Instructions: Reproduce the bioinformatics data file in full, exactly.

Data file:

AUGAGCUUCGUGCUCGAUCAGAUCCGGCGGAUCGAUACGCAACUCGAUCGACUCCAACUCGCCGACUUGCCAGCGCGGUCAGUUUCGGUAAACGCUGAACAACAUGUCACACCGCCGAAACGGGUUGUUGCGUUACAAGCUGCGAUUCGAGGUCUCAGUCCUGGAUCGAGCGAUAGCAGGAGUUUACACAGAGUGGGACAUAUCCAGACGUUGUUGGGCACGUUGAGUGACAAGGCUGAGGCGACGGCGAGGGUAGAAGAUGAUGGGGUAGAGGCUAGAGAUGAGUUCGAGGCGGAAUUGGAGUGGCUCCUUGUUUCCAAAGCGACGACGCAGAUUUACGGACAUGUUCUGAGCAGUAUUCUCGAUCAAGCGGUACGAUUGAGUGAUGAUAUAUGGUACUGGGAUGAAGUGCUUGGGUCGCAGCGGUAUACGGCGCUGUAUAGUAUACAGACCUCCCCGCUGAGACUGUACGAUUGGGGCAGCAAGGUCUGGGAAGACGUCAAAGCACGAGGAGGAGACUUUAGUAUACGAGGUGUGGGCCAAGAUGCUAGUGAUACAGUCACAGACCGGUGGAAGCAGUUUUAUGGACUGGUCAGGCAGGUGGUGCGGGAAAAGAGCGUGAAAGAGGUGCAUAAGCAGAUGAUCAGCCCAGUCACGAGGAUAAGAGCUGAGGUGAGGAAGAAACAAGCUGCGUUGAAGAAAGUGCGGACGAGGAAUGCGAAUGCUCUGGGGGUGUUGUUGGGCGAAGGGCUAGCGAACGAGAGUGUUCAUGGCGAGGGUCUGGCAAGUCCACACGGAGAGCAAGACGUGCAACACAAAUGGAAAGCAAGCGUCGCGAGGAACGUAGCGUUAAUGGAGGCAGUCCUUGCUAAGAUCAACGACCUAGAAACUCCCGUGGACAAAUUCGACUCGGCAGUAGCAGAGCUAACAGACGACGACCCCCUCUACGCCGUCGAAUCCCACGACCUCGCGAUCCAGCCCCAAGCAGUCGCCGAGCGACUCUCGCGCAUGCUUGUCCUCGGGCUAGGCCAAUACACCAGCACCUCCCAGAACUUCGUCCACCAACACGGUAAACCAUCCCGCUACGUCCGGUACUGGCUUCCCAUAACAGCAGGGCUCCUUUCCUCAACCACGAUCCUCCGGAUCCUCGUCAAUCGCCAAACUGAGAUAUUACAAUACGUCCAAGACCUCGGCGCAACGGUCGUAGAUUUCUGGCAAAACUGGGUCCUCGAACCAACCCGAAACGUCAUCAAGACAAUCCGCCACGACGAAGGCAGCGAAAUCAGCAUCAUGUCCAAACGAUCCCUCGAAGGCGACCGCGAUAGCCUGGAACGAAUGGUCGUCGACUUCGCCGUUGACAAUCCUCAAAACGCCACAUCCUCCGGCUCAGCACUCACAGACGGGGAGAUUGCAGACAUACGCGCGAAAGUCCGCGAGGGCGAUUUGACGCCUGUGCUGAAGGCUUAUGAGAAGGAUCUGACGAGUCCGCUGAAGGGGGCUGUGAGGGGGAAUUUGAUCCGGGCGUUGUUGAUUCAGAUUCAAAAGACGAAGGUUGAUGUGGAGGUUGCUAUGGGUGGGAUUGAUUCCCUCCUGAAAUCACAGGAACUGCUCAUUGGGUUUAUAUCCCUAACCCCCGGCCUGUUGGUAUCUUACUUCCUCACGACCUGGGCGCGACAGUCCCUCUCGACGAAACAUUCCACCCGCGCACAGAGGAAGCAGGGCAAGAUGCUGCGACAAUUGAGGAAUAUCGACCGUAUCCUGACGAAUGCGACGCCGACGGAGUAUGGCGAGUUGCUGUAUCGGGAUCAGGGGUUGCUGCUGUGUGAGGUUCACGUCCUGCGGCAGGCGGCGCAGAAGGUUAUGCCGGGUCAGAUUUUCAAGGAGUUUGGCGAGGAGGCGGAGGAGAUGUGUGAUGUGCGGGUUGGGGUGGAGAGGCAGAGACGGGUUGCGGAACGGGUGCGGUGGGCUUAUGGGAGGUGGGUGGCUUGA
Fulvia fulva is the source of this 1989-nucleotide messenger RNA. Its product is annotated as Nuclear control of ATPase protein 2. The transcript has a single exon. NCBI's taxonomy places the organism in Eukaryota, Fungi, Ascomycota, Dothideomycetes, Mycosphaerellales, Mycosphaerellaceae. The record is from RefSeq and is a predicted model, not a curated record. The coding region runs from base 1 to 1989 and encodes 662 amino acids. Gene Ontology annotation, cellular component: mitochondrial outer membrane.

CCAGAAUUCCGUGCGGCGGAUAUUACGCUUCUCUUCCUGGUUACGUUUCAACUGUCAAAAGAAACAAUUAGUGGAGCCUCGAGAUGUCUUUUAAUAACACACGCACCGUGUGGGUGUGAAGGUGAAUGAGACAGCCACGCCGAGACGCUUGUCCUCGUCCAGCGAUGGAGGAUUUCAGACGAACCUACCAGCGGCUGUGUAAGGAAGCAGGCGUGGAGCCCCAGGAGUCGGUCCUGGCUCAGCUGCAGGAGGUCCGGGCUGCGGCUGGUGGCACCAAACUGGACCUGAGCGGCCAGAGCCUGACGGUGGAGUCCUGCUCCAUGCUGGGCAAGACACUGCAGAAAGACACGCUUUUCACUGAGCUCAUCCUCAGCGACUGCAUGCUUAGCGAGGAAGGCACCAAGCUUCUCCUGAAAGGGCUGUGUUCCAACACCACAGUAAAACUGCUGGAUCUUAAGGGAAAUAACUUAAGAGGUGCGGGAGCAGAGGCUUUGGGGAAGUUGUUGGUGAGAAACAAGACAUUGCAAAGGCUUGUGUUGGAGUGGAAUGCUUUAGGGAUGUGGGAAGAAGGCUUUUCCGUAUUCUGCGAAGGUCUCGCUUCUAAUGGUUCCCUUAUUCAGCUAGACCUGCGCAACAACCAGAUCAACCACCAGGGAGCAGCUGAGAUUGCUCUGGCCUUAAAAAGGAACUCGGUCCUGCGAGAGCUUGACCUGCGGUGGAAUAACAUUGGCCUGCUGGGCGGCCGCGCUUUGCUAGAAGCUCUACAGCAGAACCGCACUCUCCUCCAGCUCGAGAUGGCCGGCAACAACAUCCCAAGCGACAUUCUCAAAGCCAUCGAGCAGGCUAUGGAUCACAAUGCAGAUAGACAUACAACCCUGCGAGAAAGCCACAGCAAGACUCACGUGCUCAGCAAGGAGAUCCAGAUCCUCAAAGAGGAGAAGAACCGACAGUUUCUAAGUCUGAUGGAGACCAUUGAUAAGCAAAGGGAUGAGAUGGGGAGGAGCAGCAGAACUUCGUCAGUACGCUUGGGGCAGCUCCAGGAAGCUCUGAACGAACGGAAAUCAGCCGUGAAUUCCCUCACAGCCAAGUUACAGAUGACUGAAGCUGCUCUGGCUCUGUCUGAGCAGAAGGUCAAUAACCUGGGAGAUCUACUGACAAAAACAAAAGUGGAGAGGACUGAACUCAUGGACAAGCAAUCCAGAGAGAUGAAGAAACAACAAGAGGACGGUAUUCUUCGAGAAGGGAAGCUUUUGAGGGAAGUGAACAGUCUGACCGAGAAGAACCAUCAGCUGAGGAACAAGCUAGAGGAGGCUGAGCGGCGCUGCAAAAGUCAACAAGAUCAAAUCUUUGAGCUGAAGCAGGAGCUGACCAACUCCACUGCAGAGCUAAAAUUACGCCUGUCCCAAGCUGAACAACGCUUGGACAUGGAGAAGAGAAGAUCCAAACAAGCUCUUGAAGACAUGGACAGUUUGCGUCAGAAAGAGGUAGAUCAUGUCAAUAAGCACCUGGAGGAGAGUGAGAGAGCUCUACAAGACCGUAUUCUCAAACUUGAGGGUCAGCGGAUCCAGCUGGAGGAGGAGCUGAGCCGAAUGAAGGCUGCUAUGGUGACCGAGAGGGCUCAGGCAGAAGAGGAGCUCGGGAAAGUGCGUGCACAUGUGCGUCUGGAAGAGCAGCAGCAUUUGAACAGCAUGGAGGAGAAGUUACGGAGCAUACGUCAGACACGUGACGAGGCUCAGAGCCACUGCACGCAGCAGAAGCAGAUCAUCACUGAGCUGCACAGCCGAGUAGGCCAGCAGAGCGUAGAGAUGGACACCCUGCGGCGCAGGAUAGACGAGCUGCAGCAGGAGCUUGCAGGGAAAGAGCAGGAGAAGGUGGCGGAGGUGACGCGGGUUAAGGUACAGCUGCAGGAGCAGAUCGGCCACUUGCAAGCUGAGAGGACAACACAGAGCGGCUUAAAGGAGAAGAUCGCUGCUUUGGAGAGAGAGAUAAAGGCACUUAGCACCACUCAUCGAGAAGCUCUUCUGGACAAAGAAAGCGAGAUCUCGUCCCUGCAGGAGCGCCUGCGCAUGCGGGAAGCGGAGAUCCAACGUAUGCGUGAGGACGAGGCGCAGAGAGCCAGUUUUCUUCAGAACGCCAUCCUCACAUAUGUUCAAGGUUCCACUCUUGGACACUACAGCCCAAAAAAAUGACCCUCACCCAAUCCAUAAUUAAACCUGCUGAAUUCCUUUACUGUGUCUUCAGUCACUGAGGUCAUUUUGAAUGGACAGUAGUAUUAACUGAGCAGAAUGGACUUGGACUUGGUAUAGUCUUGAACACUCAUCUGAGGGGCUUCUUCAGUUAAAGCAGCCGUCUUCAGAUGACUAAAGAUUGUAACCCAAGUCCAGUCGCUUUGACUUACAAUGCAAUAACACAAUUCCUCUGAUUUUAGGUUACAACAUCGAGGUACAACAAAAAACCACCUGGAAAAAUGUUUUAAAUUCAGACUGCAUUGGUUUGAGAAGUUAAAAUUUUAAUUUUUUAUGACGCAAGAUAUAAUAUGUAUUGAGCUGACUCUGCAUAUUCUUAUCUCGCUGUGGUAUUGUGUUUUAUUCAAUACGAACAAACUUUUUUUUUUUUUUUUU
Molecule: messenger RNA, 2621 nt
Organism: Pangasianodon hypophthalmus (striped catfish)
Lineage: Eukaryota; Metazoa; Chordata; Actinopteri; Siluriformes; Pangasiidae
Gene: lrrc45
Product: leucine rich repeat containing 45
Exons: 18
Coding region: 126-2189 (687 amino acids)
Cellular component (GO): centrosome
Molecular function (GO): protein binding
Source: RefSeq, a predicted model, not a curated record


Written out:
AUGAGCUUCGUGCUCGAUCAGAUCCGGCGGAUCGAUACGCAACUCGAUCGACUCCAACUCGCCGACUUGCCAGCGCGGUCAGUUUCGGUAAACGCUGAACAACAUGUCACACCGCCGAAACGGGUUGUUGCGUUACAAGCUGCGAUUCGAGGUCUCAGUCCUGGAUCGAGCGAUAGCAGGAGUUUACACAGAGUGGGACAUAUCCAGACGUUGUUGGGCACGUUGAGUGACAAGGCUGAGGCGACGGCGAGGGUAGAAGAUGAUGGGGUAGAGGCUAGAGAUGAGUUCGAGGCGGAAUUGGAGUGGCUCCUUGUUUCCAAAGCGACGACGCAGAUUUACGGACAUGUUCUGAGCAGUAUUCUCGAUCAAGCGGUACGAUUGAGUGAUGAUAUAUGGUACUGGGAUGAAGUGCUUGGGUCGCAGCGGUAUACGGCGCUGUAUAGUAUACAGACCUCCCCGCUGAGACUGUACGAUUGGGGCAGCAAGGUCUGGGAAGACGUCAAAGCACGAGGAGGAGACUUUAGUAUACGAGGUGUGGGCCAAGAUGCUAGUGAUACAGUCACAGACCGGUGGAAGCAGUUUUAUGGACUGGUCAGGCAGGUGGUGCGGGAAAAGAGCGUGAAAGAGGUGCAUAAGCAGAUGAUCAGCCCAGUCACGAGGAUAAGAGCUGAGGUGAGGAAGAAACAAGCUGCGUUGAAGAAAGUGCGGACGAGGAAUGCGAAUGCUCUGGGGGUGUUGUUGGGCGAAGGGCUAGCGAACGAGAGUGUUCAUGGCGAGGGUCUGGCAAGUCCACACGGAGAGCAAGACGUGCAACACAAAUGGAAAGCAAGCGUCGCGAGGAACGUAGCGUUAAUGGAGGCAGUCCUUGCUAAGAUCAACGACCUAGAAACUCCCGUGGACAAAUUCGACUCGGCAGUAGCAGAGCUAACAGACGACGACCCCCUCUACGCCGUCGAAUCCCACGACCUCGCGAUCCAGCCCCAAGCAGUCGCCGAGCGACUCUCGCGCAUGCUUGUCCUCGGGCUAGGCCAAUACACCAGCACCUCCCAGAACUUCGUCCACCAACACGGUAAACCAUCCCGCUACGUCCGGUACUGGCUUCCCAUAACAGCAGGGCUCCUUUCCUCAACCACGAUCCUCCGGAUCCUCGUCAAUCGCCAAACUGAGAUAUUACAAUACGUCCAAGACCUCGGCGCAACGGUCGUAGAUUUCUGGCAAAACUGGGUCCUCGAACCAACCCGAAACGUCAUCAAGACAAUCCGCCACGACGAAGGCAGCGAAAUCAGCAUCAUGUCCAAACGAUCCCUCGAAGGCGACCGCGAUAGCCUGGAACGAAUGGUCGUCGACUUCGCCGUUGACAAUCCUCAAAACGCCACAUCCUCCGGCUCAGCACUCACAGACGGGGAGAUUGCAGACAUACGCGCGAAAGUCCGCGAGGGCGAUUUGACGCCUGUGCUGAAGGCUUAUGAGAAGGAUCUGACGAGUCCGCUGAAGGGGGCUGUGAGGGGGAAUUUGAUCCGGGCGUUGUUGAUUCAGAUUCAAAAGACGAAGGUUGAUGUGGAGGUUGCUAUGGGUGGGAUUGAUUCCCUCCUGAAAUCACAGGAACUGCUCAUUGGGUUUAUAUCCCUAACCCCCGGCCUGUUGGUAUCUUACUUCCUCACGACCUGGGCGCGACAGUCCCUCUCGACGAAACAUUCCACCCGCGCACAGAGGAAGCAGGGCAAGAUGCUGCGACAAUUGAGGAAUAUCGACCGUAUCCUGACGAAUGCGACGCCGACGGAGUAUGGCGAGUUGCUGUAUCGGGAUCAGGGGUUGCUGCUGUGUGAGGUUCACGUCCUGCGGCAGGCGGCGCAGAAGGUUAUGCCGGGUCAGAUUUUCAAGGAGUUUGGCGAGGAGGCGGAGGAGAUGUGUGAUGUGCGGGUUGGGGUGGAGAGGCAGAGACGGGUUGCGGAACGGGUGCGGUGGGCUUAUGGGAGGUGGGUGGCUUGA
Fulvia fulva is the source of this 1989-nucleotide messenger RNA. Its product is annotated as Nuclear control of ATPase protein 2. The transcript has a single exon. NCBI's taxonomy places the organism in Eukaryota, Fungi, Ascomycota, Dothideomycetes, Mycosphaerellales, Mycosphaerellaceae. The record is from RefSeq and is a predicted model, not a curated record. The coding region runs from base 1 to 1989 and encodes 662 amino acids. Gene Ontology annotation, cellular component: mitochondrial outer membrane.

CCAGAAUUCCGUGCGGCGGAUAUUACGCUUCUCUUCCUGGUUACGUUUCAACUGUCAAAAGAAACAAUUAGUGGAGCCUCGAGAUGUCUUUUAAUAACACACGCACCGUGUGGGUGUGAAGGUGAAUGAGACAGCCACGCCGAGACGCUUGUCCUCGUCCAGCGAUGGAGGAUUUCAGACGAACCUACCAGCGGCUGUGUAAGGAAGCAGGCGUGGAGCCCCAGGAGUCGGUCCUGGCUCAGCUGCAGGAGGUCCGGGCUGCGGCUGGUGGCACCAAACUGGACCUGAGCGGCCAGAGCCUGACGGUGGAGUCCUGCUCCAUGCUGGGCAAGACACUGCAGAAAGACACGCUUUUCACUGAGCUCAUCCUCAGCGACUGCAUGCUUAGCGAGGAAGGCACCAAGCUUCUCCUGAAAGGGCUGUGUUCCAACACCACAGUAAAACUGCUGGAUCUUAAGGGAAAUAACUUAAGAGGUGCGGGAGCAGAGGCUUUGGGGAAGUUGUUGGUGAGAAACAAGACAUUGCAAAGGCUUGUGUUGGAGUGGAAUGCUUUAGGGAUGUGGGAAGAAGGCUUUUCCGUAUUCUGCGAAGGUCUCGCUUCUAAUGGUUCCCUUAUUCAGCUAGACCUGCGCAACAACCAGAUCAACCACCAGGGAGCAGCUGAGAUUGCUCUGGCCUUAAAAAGGAACUCGGUCCUGCGAGAGCUUGACCUGCGGUGGAAUAACAUUGGCCUGCUGGGCGGCCGCGCUUUGCUAGAAGCUCUACAGCAGAACCGCACUCUCCUCCAGCUCGAGAUGGCCGGCAACAACAUCCCAAGCGACAUUCUCAAAGCCAUCGAGCAGGCUAUGGAUCACAAUGCAGAUAGACAUACAACCCUGCGAGAAAGCCACAGCAAGACUCACGUGCUCAGCAAGGAGAUCCAGAUCCUCAAAGAGGAGAAGAACCGACAGUUUCUAAGUCUGAUGGAGACCAUUGAUAAGCAAAGGGAUGAGAUGGGGAGGAGCAGCAGAACUUCGUCAGUACGCUUGGGGCAGCUCCAGGAAGCUCUGAACGAACGGAAAUCAGCCGUGAAUUCCCUCACAGCCAAGUUACAGAUGACUGAAGCUGCUCUGGCUCUGUCUGAGCAGAAGGUCAAUAACCUGGGAGAUCUACUGACAAAAACAAAAGUGGAGAGGACUGAACUCAUGGACAAGCAAUCCAGAGAGAUGAAGAAACAACAAGAGGACGGUAUUCUUCGAGAAGGGAAGCUUUUGAGGGAAGUGAACAGUCUGACCGAGAAGAACCAUCAGCUGAGGAACAAGCUAGAGGAGGCUGAGCGGCGCUGCAAAAGUCAACAAGAUCAAAUCUUUGAGCUGAAGCAGGAGCUGACCAACUCCACUGCAGAGCUAAAAUUACGCCUGUCCCAAGCUGAACAACGCUUGGACAUGGAGAAGAGAAGAUCCAAACAAGCUCUUGAAGACAUGGACAGUUUGCGUCAGAAAGAGGUAGAUCAUGUCAAUAAGCACCUGGAGGAGAGUGAGAGAGCUCUACAAGACCGUAUUCUCAAACUUGAGGGUCAGCGGAUCCAGCUGGAGGAGGAGCUGAGCCGAAUGAAGGCUGCUAUGGUGACCGAGAGGGCUCAGGCAGAAGAGGAGCUCGGGAAAGUGCGUGCACAUGUGCGUCUGGAAGAGCAGCAGCAUUUGAACAGCAUGGAGGAGAAGUUACGGAGCAUACGUCAGACACGUGACGAGGCUCAGAGCCACUGCACGCAGCAGAAGCAGAUCAUCACUGAGCUGCACAGCCGAGUAGGCCAGCAGAGCGUAGAGAUGGACACCCUGCGGCGCAGGAUAGACGAGCUGCAGCAGGAGCUUGCAGGGAAAGAGCAGGAGAAGGUGGCGGAGGUGACGCGGGUUAAGGUACAGCUGCAGGAGCAGAUCGGCCACUUGCAAGCUGAGAGGACAACACAGAGCGGCUUAAAGGAGAAGAUCGCUGCUUUGGAGAGAGAGAUAAAGGCACUUAGCACCACUCAUCGAGAAGCUCUUCUGGACAAAGAAAGCGAGAUCUCGUCCCUGCAGGAGCGCCUGCGCAUGCGGGAAGCGGAGAUCCAACGUAUGCGUGAGGACGAGGCGCAGAGAGCCAGUUUUCUUCAGAACGCCAUCCUCACAUAUGUUCAAGGUUCCACUCUUGGACACUACAGCCCAAAAAAAUGACCCUCACCCAAUCCAUAAUUAAACCUGCUGAAUUCCUUUACUGUGUCUUCAGUCACUGAGGUCAUUUUGAAUGGACAGUAGUAUUAACUGAGCAGAAUGGACUUGGACUUGGUAUAGUCUUGAACACUCAUCUGAGGGGCUUCUUCAGUUAAAGCAGCCGUCUUCAGAUGACUAAAGAUUGUAACCCAAGUCCAGUCGCUUUGACUUACAAUGCAAUAACACAAUUCCUCUGAUUUUAGGUUACAACAUCGAGGUACAACAAAAAACCACCUGGAAAAAUGUUUUAAAUUCAGACUGCAUUGGUUUGAGAAGUUAAAAUUUUAAUUUUUUAUGACGCAAGAUAUAAUAUGUAUUGAGCUGACUCUGCAUAUUCUUAUCUCGCUGUGGUAUUGUGUUUUAUUCAAUACGAACAAACUUUUUUUUUUUUUUUUU
Molecule: messenger RNA, 2621 nt
Organism: Pangasianodon hypophthalmus (striped catfish)
Lineage: Eukaryota; Metazoa; Chordata; Actinopteri; Siluriformes; Pangasiidae
Gene: lrrc45
Product: leucine rich repeat containing 45
Exons: 18
Coding region: 126-2189 (687 amino acids)
Cellular component (GO): centrosome
Molecular function (GO): protein binding
Source: RefSeq, a predicted model, not a curated record